The usability of many traditional CMSs is poor. Some systems are even inoperable from the user’s point of view. This starts a downward spiral: The more difficult it is to use the CMS, the less it is actually used, quickly leading to outdated content on the websites. Intermittent use lets users get out of practice. Time-consuming and cost-intensive training is unhelpful if the user only occasionally works with the CMS or if its complexity requires insider knowledge that is often poorly documented, if at all.
Why is this so? The idea of a hierarchical site structure borrowed from the file system, together with data storage in relational databases means that content is edited using form fields with magic markup acronyms at hidden places in a deep content hierarchy. Once done, it often requires a separate step of previewing to get an idea of how the content will look on a staging server, often with no possibility to understand how the content will be displayed on other channels such as mobile devices. When more than one editor is working on the content or a relaunch is planned, error-prone coordination often has to be done using traditional means, i.e. by sending emails with attached Word documents and notifications, or by declaring complete sections as “frozen” for other editors. Sometimes, it requires separate staging servers for larger relaunches. This way of working with a CMS often hinders more than it helps.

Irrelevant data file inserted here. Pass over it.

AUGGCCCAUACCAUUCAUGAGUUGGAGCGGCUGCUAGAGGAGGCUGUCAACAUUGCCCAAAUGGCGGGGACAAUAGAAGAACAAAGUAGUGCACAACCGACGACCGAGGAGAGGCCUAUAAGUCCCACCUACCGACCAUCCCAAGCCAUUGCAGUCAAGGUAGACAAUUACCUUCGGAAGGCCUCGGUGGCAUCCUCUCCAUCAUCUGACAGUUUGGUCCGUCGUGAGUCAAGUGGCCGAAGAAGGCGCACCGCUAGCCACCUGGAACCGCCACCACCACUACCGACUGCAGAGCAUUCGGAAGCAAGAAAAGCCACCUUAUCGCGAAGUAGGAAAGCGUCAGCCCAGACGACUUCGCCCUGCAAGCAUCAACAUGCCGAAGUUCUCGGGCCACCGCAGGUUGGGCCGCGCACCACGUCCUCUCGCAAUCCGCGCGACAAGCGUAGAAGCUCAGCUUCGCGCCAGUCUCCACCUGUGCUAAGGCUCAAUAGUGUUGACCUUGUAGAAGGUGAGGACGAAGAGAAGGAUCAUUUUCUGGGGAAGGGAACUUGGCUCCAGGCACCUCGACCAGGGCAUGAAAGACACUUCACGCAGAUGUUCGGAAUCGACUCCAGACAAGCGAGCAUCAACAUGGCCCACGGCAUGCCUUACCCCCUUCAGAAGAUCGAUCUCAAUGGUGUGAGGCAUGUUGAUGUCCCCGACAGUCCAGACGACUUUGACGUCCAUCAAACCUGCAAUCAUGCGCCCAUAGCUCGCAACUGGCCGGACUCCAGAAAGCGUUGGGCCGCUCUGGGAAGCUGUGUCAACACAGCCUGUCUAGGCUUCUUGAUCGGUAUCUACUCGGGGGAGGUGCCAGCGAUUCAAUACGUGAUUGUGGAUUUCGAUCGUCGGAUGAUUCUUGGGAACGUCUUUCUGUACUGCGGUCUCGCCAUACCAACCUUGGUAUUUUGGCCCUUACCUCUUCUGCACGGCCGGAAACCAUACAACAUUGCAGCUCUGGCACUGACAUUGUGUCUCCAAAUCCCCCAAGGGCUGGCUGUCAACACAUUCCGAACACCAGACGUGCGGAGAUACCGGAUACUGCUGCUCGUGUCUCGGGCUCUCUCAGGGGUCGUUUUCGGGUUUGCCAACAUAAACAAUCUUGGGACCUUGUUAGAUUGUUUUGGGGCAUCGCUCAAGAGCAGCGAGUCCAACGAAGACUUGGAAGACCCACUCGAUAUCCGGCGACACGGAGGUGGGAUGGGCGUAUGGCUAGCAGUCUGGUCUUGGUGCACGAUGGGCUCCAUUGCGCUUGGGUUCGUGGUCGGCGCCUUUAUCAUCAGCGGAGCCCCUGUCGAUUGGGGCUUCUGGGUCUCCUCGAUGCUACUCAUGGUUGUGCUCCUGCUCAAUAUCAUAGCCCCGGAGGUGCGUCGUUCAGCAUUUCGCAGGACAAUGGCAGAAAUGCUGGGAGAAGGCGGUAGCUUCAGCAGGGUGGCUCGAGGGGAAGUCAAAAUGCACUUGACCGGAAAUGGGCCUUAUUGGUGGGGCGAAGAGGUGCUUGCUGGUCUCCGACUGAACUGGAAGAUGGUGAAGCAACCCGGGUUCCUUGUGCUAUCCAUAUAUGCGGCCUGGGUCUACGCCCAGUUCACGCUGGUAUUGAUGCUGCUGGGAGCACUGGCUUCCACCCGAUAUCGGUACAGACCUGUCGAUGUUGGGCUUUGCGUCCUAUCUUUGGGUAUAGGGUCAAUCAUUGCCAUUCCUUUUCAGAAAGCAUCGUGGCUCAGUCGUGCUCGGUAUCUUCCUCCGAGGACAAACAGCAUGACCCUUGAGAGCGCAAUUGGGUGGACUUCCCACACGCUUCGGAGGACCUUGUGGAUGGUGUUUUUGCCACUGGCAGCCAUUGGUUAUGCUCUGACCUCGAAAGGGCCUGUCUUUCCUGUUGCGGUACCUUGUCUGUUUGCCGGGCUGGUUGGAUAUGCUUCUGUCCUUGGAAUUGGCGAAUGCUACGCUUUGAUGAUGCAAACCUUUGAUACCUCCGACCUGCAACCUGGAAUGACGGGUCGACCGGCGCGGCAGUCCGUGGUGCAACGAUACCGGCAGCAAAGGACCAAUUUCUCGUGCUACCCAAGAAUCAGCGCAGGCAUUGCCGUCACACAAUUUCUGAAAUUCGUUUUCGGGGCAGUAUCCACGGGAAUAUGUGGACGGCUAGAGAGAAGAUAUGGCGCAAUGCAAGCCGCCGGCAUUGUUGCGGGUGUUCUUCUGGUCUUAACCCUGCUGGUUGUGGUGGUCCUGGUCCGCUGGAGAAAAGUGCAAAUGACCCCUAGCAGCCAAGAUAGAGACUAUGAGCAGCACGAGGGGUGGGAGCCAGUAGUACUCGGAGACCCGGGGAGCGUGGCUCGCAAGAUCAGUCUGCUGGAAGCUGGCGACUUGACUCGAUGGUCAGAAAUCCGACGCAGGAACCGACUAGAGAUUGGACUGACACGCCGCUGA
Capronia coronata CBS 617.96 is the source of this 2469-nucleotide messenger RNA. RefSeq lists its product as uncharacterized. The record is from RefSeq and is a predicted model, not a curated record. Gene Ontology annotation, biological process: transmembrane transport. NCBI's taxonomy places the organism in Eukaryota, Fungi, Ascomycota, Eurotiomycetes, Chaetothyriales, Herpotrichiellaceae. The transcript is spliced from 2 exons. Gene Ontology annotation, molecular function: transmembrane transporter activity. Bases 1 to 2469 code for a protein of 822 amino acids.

To exaggerate only slightly, classic CMSs seem to be in two basic categories: Systems loved by developers and systems loved by users. While developers focus on the options to create and enhance internal integrations and the back end, users want the front end to be intuitive and versatile. The ease-of-use requirements of the editors, who are actually using the system and creating value by creating content, often fall short and are addressed very late in the project, if at all.
But focusing on just one of these categories creates alignment issues and communication trouble between the business side and the technical staff. Both are of equal value because both are success factors. To show how technology and users contribute to project success, a hierarchy of demands can be applied to a web application as well.